As NPR’s income from podcast advertising grows, the network aims to hold the ad spots to standards that are fairly similar to those governing its broadcast underwriting language, according to a sales executive.
Bryan Moffett, v.p. for digital strategy and sponsorship operations at National Public Media, briefed the NPR board’s Resource Development Committee about gains in podcasting revenue during an April 30 meeting. NPM is the national corporate underwriting arm of NPR and PBS.
According to Moffett, NPM underwriting sales in all categories are 27 percent ahead of budgeted revenue for the second quarter of this fiscal year, which started Oct. 1. In the current quarter, NPM has reached 96 percent of budgeted revenue, he said. With strong gains, NPM has increased its forecast for the fiscal year.
Moffett didn’t share specific numbers, but a Pew Research Center State of the News Media study released last week reported that NPR’s revenue from podcast advertising had doubled from fiscal year 2013 to 2014. Downloads of NPR’s podcasts grew 40 percent over that time, according to the report.
And NPR’s podcast ad income from the first five months of this fiscal year has outstripped its take in all of fiscal year 2014.
Podcasting “has really given us a conversation to have with marketers,” Moffett said. “We’re doing everything we can to leverage that.”
Howard Wollner, a committee member who also chairs the NPR Foundation, asked about differences between over-the-air and podcast underwriting. Unlike broadcast announcements, the FCC does not regulate sponsorship messages on podcasts. “That’s a whole other market for us that won’t be interested in radio,” Wollner said.
NPM has been selling a lot of combined podcast and broadcast packages to underwriters, Moffett said. “You just speak to [advertisers] in a different way” to package the two, he said.
NPM guidelines impose some restrictions on podcast underwriting. For example, they prohibit host endorsements of products, even though NPM research found that listeners would not mind. “We won’t do that — it’s too far,” Moffett said. “It’s too commercial.”
But on its website, NPM does point out opportunities for advertisers not provided by over-the-air messages.
“Compared to broadcast, podcast sponsorship messages offer more flexibility in describing features in qualitative terms, for instance with product descriptions like ‘designed to be simple and easy to use,’” NPM’s site says.
NPR limits “pre-roll” messages, which appear at the beginning of podcasts, to no more than 15 seconds. Ads within the podcast can be 30 seconds long, and some can be read by show hosts.
On its site, NPM provides examples of mid-roll content that veer into native advertising. In one example, hosts of the How to Do Everything podcast weave a promotion for the Netflix series House of Cards into a discussion with a manufacturer of playing cards. In another, they joke about “getting paid entirely in pants” in a message about men’s clothing website Trunk Club.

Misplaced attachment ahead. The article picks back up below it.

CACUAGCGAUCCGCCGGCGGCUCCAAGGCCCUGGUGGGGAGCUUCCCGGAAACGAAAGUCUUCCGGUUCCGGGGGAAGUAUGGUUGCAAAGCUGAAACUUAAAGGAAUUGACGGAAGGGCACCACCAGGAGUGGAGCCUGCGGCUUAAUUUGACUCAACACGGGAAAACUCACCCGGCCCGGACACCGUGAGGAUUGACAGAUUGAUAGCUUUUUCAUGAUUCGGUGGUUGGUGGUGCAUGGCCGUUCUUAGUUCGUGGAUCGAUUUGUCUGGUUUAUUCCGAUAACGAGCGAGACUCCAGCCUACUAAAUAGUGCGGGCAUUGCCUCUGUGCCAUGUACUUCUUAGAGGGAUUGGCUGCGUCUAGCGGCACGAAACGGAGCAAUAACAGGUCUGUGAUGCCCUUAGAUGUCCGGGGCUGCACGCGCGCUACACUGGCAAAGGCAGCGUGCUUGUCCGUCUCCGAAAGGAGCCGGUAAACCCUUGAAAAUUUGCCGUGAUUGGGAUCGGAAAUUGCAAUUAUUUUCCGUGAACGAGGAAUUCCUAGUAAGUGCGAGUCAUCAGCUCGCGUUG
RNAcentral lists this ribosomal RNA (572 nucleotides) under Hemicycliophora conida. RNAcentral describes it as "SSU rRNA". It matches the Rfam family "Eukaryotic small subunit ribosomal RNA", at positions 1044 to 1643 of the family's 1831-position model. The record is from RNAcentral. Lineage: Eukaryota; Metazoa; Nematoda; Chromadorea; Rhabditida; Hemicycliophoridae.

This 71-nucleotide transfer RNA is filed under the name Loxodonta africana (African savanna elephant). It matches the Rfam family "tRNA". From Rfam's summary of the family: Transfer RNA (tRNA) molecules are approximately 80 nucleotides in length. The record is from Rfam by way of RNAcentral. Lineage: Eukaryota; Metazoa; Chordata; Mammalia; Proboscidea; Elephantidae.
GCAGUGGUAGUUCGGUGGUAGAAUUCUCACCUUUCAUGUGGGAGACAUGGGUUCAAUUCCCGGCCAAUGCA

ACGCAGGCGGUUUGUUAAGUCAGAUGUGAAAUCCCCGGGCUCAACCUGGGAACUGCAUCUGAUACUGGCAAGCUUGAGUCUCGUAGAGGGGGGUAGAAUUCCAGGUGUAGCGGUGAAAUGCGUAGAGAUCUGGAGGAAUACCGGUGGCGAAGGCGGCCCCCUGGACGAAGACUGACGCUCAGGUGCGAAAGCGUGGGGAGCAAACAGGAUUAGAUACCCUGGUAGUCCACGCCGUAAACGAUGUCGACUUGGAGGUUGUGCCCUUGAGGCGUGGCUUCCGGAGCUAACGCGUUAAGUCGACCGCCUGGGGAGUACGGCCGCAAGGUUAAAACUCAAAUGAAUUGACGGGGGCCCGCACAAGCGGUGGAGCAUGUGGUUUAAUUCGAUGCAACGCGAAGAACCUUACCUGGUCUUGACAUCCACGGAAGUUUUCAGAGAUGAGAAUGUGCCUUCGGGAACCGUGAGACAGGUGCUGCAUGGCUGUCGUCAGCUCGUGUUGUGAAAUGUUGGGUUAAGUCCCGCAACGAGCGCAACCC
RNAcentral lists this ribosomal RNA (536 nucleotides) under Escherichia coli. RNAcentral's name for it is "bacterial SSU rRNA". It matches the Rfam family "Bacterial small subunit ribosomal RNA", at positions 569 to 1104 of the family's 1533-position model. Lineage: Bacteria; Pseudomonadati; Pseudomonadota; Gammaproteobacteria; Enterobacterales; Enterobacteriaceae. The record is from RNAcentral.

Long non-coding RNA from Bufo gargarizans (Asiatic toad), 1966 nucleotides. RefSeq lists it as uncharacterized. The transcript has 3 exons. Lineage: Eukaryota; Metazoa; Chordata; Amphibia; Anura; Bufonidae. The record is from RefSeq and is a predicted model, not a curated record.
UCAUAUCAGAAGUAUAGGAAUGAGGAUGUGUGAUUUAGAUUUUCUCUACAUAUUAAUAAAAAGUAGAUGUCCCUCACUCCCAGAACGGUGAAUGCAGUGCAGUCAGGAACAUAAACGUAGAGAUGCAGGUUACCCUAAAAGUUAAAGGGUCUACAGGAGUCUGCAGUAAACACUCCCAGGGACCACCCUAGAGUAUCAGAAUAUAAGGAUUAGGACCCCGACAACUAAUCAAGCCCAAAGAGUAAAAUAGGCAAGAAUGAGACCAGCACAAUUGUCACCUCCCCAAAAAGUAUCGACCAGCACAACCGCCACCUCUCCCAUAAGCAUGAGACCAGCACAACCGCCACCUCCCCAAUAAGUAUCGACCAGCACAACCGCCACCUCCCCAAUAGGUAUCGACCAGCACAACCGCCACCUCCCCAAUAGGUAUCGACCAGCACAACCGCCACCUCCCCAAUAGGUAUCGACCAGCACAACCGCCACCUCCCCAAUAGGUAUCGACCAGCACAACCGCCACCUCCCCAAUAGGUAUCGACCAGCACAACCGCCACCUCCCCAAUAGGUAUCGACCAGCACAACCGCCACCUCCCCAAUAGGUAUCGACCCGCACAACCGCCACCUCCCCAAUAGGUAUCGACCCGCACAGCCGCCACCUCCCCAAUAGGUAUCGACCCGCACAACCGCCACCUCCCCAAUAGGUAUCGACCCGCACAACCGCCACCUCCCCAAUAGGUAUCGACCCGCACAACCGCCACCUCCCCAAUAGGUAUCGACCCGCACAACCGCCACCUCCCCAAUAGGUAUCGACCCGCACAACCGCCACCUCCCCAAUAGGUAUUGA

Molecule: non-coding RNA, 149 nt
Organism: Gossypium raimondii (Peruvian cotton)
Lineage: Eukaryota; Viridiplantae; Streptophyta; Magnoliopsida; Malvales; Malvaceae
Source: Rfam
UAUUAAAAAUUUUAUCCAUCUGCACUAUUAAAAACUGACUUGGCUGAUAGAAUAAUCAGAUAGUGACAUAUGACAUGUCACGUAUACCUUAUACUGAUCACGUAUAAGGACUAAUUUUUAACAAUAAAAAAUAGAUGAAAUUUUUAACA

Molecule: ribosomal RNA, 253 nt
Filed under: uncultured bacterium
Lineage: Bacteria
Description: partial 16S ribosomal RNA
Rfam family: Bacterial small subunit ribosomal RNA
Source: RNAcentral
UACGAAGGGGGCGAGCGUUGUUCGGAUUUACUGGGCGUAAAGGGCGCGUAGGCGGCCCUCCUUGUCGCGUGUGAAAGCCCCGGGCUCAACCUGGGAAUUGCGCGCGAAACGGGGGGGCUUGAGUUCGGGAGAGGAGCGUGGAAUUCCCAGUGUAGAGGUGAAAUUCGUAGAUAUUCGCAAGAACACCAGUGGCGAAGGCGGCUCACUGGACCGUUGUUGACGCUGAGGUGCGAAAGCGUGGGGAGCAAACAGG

NPM has gauged listener response to podcast underwriting in focus groups and commissioned Edison Research to examine the issue. According to Moffett, researchers found that podcast listeners are not concerned about hearing ad-like spots on podcasts. They’re also active public radio listeners and donate to stations, with some even giving to stations outside of their markets, he said.
Yet station leaders at the board meeting expressed concerns about allowing different standards for broadcast and podcast spots. Such messages could confuse listeners, said committee member Kerry Swanson, station manager at Northwest Public Radio in Pullman, Wash. “No one is going to understand, ‘Oh, that’s different because that’s radio and that’s a podcast,’” he said.
But committee member Chris Boskin, a public board member, said NPR was being “too sensitive” about the public’s ability to differentiate podcast ads from broadcast announcements.
“I think they’re much more sophisticated when it comes to podcasts and the Internet,” she said. “People are much more understanding and accepting. We think we’re sort of this island unto ourselves, and we can’t have advertising.”
Paul Maassen, g.m. of WWNO-FM in New Orleans and a candidate for the board, cautioned board members during public comment that NPR is on “a very, very slippery slope,” and that the board should keep tight reins on how podcast sponsorship is handled.
“It’s not because the audience doesn’t tolerate it; that’s not the point,” he said. “The point is — we’re now starting to devalue what happens on the radio side.” Allowing different standards for podcast messages could sway advertisers to focus more spending on the podcasts, he said. “It’s going to make it harder to sell radio, and it’s going to create two classes of advertising,” Maassen said.
Moffett said NPM continues to update its guidelines for podcast sponsorship messages, and that NPR aims to minimize differences between podcast and broadcast credits. Non-newsmagazines can include sponsor messages read by hosts, for example, but other announcers handle the job for newsmagazines.
“I’d say it’s a little further than what we can do in an FCC-appropriate credit,” Moffett said, “but it is not that far from it. It is not nearly as far as the commercial side is going.”